Neely-Dorsey, Patricia. Reflections of a Mississippi Magnolia. Jonesboro, AR: GrantHouse Publishers, 2008. Price $15.00.
This review is a little different because it is the first book of poetry I have reviewed and it is the first book I’ve reviewed because the author asked if I would. “Reflections of a Mississippi Magnolia,” written by Patricia Neely-Dorsey is full of Southern poems written by a Southerner. I was both nervous and excited to have an author ask me to review their book. Nervous because…well what if I didn’t like her book? I was excited because someone trusted me enough to review her book. My nerves calmed down when I opened the book and started reading the wonderful poems. By the way, thanks Patricia for trusting me with your baby.
These poems are written by a Mississippian about her experiences and although I’m not from Mississippi I truly enjoyed “Reflections of a Mississippi Magnolia.” The poems brought back childhood memories of my own Southern upbringing. I smiled and giggled though most of this book; several of the poems touched my soul. Patricia Neely-Dorsey’s book is divided into seven sections: Southern Life, Country Living, Childhood Memories, Family History, Getting Personal, Intimacies and Summing Things Up.
The Southern Life section has poetry that is an overview of mainstream Southern life. I smiled when I read her poem “Southern Man” because I recognize him and have been looking for my very own Southern man as described in her poetry for myself. Although I grew up in the country, I believe that Ms. Neely-Dorsey’s family was even more country than mine. Her “Hog Killing Time” brought back memories of the older generation talking about their experiences, but I never had to witness this for myself (for which I am most grateful). The poem “Partyline”in the Childhood Memories section really had me giggling because I remember when we had a telephone with a partyline and it was hard to get all the nosy busybodies off the line when you wanted a private conversation.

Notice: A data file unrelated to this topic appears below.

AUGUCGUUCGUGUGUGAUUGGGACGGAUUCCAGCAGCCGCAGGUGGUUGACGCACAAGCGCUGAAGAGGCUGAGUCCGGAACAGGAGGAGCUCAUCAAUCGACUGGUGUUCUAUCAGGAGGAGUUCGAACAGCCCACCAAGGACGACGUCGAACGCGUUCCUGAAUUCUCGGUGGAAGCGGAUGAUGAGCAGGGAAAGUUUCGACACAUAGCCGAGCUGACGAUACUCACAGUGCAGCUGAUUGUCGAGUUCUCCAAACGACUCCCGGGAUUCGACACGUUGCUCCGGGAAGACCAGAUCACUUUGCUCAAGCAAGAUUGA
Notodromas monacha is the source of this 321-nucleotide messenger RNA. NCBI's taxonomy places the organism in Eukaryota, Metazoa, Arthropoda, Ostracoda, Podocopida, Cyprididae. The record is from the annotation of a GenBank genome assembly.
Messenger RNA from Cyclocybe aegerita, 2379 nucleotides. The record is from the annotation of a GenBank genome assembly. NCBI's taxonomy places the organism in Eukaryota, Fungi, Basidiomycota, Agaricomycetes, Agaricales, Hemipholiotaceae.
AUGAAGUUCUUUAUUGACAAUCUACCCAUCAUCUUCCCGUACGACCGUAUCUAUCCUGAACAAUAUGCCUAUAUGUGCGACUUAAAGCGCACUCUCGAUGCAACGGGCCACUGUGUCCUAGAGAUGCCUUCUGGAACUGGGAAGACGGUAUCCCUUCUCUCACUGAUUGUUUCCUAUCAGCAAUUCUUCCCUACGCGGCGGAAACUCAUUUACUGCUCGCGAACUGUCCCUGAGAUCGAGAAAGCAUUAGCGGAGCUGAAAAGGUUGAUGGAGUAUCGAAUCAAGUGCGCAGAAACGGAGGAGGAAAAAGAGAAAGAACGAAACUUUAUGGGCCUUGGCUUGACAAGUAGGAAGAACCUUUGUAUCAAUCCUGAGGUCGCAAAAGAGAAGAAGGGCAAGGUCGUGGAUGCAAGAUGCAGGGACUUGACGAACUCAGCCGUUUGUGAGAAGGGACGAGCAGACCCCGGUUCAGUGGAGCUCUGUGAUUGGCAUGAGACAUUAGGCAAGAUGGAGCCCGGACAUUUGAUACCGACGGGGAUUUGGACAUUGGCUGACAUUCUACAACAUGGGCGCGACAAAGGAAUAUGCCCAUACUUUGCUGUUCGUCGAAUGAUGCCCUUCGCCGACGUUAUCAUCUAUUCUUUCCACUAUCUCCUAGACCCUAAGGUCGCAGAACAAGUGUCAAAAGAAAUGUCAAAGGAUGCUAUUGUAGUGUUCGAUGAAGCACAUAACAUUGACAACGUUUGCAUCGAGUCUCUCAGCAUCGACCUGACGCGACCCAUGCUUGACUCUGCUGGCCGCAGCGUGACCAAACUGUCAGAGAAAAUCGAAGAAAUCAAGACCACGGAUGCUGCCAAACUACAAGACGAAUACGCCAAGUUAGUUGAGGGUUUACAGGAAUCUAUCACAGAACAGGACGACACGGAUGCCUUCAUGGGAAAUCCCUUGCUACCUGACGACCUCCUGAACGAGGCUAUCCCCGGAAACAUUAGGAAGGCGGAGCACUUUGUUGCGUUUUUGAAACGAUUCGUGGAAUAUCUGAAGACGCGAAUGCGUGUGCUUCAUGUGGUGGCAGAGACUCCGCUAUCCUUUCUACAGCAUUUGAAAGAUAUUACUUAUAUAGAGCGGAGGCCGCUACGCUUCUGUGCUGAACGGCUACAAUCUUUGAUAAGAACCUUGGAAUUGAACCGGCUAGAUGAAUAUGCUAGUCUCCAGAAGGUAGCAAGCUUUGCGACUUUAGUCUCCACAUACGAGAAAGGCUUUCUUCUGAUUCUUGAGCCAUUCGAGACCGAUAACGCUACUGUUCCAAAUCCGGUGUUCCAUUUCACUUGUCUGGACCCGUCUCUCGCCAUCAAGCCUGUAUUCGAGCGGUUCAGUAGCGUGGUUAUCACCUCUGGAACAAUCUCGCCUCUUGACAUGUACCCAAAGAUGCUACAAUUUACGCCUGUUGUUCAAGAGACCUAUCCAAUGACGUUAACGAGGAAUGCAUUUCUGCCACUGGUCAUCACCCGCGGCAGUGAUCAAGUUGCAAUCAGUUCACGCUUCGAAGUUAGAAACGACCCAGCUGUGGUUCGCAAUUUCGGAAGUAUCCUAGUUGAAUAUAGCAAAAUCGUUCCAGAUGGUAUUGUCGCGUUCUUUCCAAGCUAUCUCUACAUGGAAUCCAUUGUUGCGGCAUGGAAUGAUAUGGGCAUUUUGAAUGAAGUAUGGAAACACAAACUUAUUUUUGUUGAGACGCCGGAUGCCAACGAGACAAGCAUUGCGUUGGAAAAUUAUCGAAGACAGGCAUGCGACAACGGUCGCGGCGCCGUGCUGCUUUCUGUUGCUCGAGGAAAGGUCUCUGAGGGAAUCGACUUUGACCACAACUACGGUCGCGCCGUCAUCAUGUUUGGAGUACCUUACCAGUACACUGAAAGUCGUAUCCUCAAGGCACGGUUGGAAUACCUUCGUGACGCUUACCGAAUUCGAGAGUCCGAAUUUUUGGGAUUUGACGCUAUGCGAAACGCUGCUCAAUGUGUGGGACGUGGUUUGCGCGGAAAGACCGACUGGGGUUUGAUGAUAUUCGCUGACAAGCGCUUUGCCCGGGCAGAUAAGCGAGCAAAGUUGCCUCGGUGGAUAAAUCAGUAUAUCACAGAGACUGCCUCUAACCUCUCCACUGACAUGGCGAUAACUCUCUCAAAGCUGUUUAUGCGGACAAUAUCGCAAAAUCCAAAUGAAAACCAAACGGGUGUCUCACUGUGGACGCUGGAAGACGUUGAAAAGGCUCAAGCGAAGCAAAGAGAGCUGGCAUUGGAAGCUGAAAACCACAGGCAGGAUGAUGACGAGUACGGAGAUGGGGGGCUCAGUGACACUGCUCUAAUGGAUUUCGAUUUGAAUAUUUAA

The only poem I was disappointed in was “Right to Vote” in the Family History section. I was disappointed because it stopped too soon; I wanted to read more about the personal experiences that Patricia Neely-Dorsey’s mama and daddy had while trying to vote. This is a part of the Southern experience that is uniquely African-American is fascinating to me and I wanted to learn more. I didn’t know that African-Americans wanting to vote had to answer such asinine questions as “How many bubbles in a bar of soap?” or “How many raindrops to fill a barrel?” My family, although they were poor, were not tested in this manner. I know from history books that African-Americans struggled but I didn’t know the particularly persnickety way folks were denying them their rights. This poem touched my heart.
We all could learn from the poem “Loving Me” in the Getting Personal section. Ms. Neely-Dorsey writes a beautiful poem that tells of her acceptance of herself just as she is. Her first line sums it up “I’ve always loved how I’m made.” I like that a lot. My favorite poem in the Intimacies section is “The (Un) Domestic Diva.” I laughed out loud at that one. All the poems in the Summing Things Up section are just plain sweet. Let me confess now, that I mentally substituted “Tennessee” for each time “Mississippi” appeared in these poems.
Bottom line: I enjoyed “Reflections of a Mississippi Magnolia.” If you want to get a glimpse of our Southern culture or if you are Southern you will enjoy the poetry and the memories they bring to the surface.
To read some of Ms. Neely-Dorsey’s poetry, learn more about her and buy her book, please visit her website at http://www.patricianeelydorsey.webs.com/